It is unfortunate the King James translators in 1611 used “believeth not” in the second part of this sentence. The New King James version followed suit, using the more modern, “does not believe.” But, the word in the Greek manuscript is apeitheō, which means “disobey” (BDAG), as in Romans 2:8 where the KJV and NKJV translate it, “do not obey” the truth. When the word is thus translated, John 3:36 takes on a whole new meaning: “Whoever believes in the Son has eternal life; whoever does not obey the Son shall not see life, but the wrath of God remains on him” (John 3:36, ESV, see also, NASB). Obedience is necessary to have everlasting life. Since the one who believes in the Son has eternal life, but the one who does not obey the Son “shall not see life,” we properly conclude that believing in the Son takes more than faith alone. Surely this why Jesus said, “But why do you call Me ‘Lord, Lord,’ and not do the things which I say?” (Lk. 6:46) Believers obey Jesus. Those who reject Him are “disobedient (apeitheō) to the word” (1 Pet. 2:7, 8). Demons believe, but faith alone will not give them eternal life (Jas. 2:19-20). Those who believe in the Son have everlasting life precisely because they trust and obey Him. The disobedient shall not have life, but punishment (Matt. 25:46). Have the faith to obey Jesus, and you will see everlasting life.
“then the Lord knows how to deliver the godly out of temptations and to reserve the unjust under punishment for the day of judgment” (2 Peter 2:9, NKJV)
We all need rescuing from the powerful surge of sin that sweeps souls away from God into eternal punishment. God delivers sinners from sin’s bondage and death through the gospel of His Son (Rom. 1:16; 6:17-18; 6:23). God also knows how to deliver godly ones from the trials and temptations they face from “the unjust.” God both delivers the godly while reserving the ungodly for punishment. God “did not spare the angels who sinned,” but cast them into the abyss awaiting judgment (2 Pet. 2:4). God punished the ancient world with a flood while saving Noah and his family (2 Pet. 2:5; 1 Pet. 3:20-21). God turned Sodom and Gomorrah into ashes because they “gave themselves over to sexual immorality” and had “gone after strange flesh” (2 Pet. 2:6; Jude 7). In that moment of judgment God delivered righteous Lot from being “oppressed by the filthy conduct of the wicked” (2 Pet. 2:7-8). These examples serve to boost and secure our faith in moments of doubt and spiritual struggle. God does not abandon the righteous, nor does He forget the wicked (2 Thess. 1:4-10). The Lord’s day of judgment is coming when the unjust will reap their just punishment. The gospel call from God is to repent while you have the time and the ability to do so. Do not harden your heart. God does not want you to perish, He wants you to repent and obey Him to be delivered from sin’s terrible penalty of eternal death (2 Pet. 3:9).
28 But I say to you that whoever looks at a woman to lust for her has already committed adultery with her in his heart. 29 If your right eye causes you to sin, pluck it out and cast it from you; for it is more profitable for you that one of your members perish, than for your whole body to be cast into hell. (Matthew 5:28–29, NKJV)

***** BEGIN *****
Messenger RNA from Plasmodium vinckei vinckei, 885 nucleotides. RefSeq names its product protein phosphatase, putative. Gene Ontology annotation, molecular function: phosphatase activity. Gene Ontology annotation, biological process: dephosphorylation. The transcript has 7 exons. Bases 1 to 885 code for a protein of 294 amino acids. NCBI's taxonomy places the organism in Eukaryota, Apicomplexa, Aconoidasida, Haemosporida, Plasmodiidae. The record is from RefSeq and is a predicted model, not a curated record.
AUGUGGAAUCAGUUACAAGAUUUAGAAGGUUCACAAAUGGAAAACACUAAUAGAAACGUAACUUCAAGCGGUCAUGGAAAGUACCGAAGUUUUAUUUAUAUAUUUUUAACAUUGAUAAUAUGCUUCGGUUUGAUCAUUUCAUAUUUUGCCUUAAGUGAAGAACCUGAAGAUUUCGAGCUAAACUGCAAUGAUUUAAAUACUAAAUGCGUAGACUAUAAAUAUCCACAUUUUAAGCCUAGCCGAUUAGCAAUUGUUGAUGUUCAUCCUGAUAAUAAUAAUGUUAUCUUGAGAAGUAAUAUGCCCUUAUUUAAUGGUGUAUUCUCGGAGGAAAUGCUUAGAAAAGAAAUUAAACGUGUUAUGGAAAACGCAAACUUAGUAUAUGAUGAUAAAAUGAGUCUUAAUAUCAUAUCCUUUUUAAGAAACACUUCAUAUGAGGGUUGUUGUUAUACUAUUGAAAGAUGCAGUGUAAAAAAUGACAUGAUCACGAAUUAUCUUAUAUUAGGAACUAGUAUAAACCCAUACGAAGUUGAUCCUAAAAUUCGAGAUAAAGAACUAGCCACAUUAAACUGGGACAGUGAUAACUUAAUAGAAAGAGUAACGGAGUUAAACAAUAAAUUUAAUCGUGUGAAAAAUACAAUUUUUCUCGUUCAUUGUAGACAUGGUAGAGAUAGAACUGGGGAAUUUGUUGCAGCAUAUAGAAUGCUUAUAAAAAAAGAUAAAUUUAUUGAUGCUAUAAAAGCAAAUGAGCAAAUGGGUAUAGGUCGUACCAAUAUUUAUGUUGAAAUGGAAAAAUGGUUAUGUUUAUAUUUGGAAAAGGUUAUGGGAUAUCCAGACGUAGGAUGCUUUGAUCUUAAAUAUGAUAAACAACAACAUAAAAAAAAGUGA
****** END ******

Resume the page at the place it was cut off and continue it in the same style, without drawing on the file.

Jesus said the place sin begins is the heart. The heart is the mind, the seat of our intellect, will, emotions, conscience, and volition. “Lust” means to “set the heart upon,” to “long for” (Strong’s Concise Dictionary of Greek NT Words, I:31). In the heart, lusts (and plans to fulfill them) are contemplated, formulated, and postulated before they are practiced (Jas. 1:14-15). The mind is also the place where lusts can be regulated, resisted and refused (Jas. 1:16; 1 Cor. 10:13). Jesus used exaggerated language in vss. 29-30 to describe the extent of the repentance required to remove the source of sin and escape the suffering of hell. Repentance changes the heart so that the lust to sin no longer has a place to reside within us. To repent of our sins we will have to surrender things very dear to us in order not to perish in sin. (The removal of an eye or a hand illustrates the severe nature of repentance.) We will not see the profit of severing our connection to the sin in our hearts as long as our lusts are more precious to us than eternal life. Giving up sin is a small price to pay to escape the everlasting punishment of hell.
28 Anyone who has rejected Moses’ law dies without mercy on the testimony of two or three witnesses. 29 Of how much worse punishment, do you suppose, will he be thought worthy who has trampled the Son of God underfoot, counted the blood of the covenant by which he was sanctified a common thing, and insulted the Spirit of grace? (Hebrews 10:28–29, NKJV)
Moses’ law was clear concerning apostasy. The death penalty was applied under the Sinai law on the basis of two or three witnesses (Deuteronomy 13:6-10; 19:15). The author presents his case from the lesser to the greater. Transgressing Moses’ law brought sure punishment upon those who rejected it. The Christian (though previously “sanctified,” v. 29) is much worthier of death for rejecting the redemption he received through the blood of the covenant. God’s mercy has been provided through Christ’s sacrifice (Hebrews 10:26) – there is no other source of mercy. The Christian who sins willfully tramples on the Son of God. The blood of Christ, that dedicated the new covenant, is profaned by it. The Spirit of God, who revealed God’s grace to the world, is insulted by it. All this is written to Christians as a deterrent against willfully sinning against God. If you have done so, you can change you’re the will of your heart by repenting and renewing your life of faith (1 John 1:9; Acts 8:20-24). God’s mercy is still available to you in Christ. Rejecting God’s mercy will bring you eternal death. Choosing to live in sin is not worthy that!